Chastened Palacio retables EU nuclear rules

Wednesday, September 8, 2004

The European Commission has re-proposed a package of EU nuclear safety and waste rules, but only after deleting most of its teeth in the face of implacable hostility from some capitals.

Launching the legislation in Brussels on Wednesday, EU energy commissioner Loyola de Palacio was frank that she preferred the Commission's previous proposals, which member states binned this summer. But "the best is the enemy of the good", she added.

The first of two directives seeks to introduce a first ever EU legal framework on safety at nuclear installations of all kinds, plus on power station decommissioning. The second would require governments to submit plans for developing long-term disposal of nuclear waste.

Ms de Palacio insisted that the legislation was needed, and claimed that the Commission was obliged by a European court of justice judgement to propose it. Some new EU member states had been singled out for controls, she said, yet the club could not have second class members - common rules had to apply to all.

The commissioner was also frank about her underlying motive for the legislation. The EU "cannot avoid" nuclear power given the challenge of climate change, so public fears must be dispelled.

"We hope [the legislation] will provide greater transparency and greater information for citizens, leading to greater confidence and trust, and a more rational debate on nuclear energy", she said.

A key change to the revised nuclear safety directive is a new article stressing that responsibility for safety lies wholly with operators and national authorities. The change responds to the determination by the UK, in particular, to stop EU "interference" in the existing international nuclear safety framework.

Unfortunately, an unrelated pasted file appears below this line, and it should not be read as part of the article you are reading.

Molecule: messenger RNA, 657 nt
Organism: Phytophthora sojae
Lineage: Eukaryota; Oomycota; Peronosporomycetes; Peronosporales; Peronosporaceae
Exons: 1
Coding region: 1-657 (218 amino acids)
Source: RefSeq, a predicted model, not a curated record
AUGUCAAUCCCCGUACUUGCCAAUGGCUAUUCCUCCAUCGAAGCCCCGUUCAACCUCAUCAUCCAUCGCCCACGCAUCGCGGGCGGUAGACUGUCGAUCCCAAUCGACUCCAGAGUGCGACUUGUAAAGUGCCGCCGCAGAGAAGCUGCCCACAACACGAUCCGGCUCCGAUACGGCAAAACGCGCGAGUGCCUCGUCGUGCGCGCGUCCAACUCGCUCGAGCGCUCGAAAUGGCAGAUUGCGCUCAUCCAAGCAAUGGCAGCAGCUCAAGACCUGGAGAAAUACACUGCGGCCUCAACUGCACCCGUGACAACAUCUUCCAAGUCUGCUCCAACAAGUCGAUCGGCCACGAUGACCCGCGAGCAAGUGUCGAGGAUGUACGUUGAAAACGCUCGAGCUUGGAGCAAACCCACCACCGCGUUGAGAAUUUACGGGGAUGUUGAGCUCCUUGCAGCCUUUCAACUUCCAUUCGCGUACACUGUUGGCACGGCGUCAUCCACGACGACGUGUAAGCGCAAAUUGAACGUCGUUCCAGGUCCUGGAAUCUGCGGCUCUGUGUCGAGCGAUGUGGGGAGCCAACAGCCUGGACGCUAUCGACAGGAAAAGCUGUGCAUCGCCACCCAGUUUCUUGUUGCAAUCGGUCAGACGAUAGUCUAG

In a second key change, member states would be required simply to provide sufficient funds for decommissioning nuclear power stations. The Commission's previous proposal for securely ring-fenced decommissioning funds had drawn strenuous opposition from Germany in particular.

In a new article, the Commission also proposes setting up a committee of national regulatory authorities aimed at encouraging exchange of best practice. Member states would still have to report to the Commission on safety of nuclear installations, but not necessarily annually, as in the previous proposal.

The big change to the nuclear waste management directive, meanwhile, is the complete disappearance of any mandatory timetable for either planning or construction of long-term storage facilities. Member states would instead simply be required to establish a timetable.

The Commission has also retreated from a requirement that high-level and long-lived radioactive waste be disposed of in geological repositories. Some governments objected to this, preferring to consider surface storage instead.

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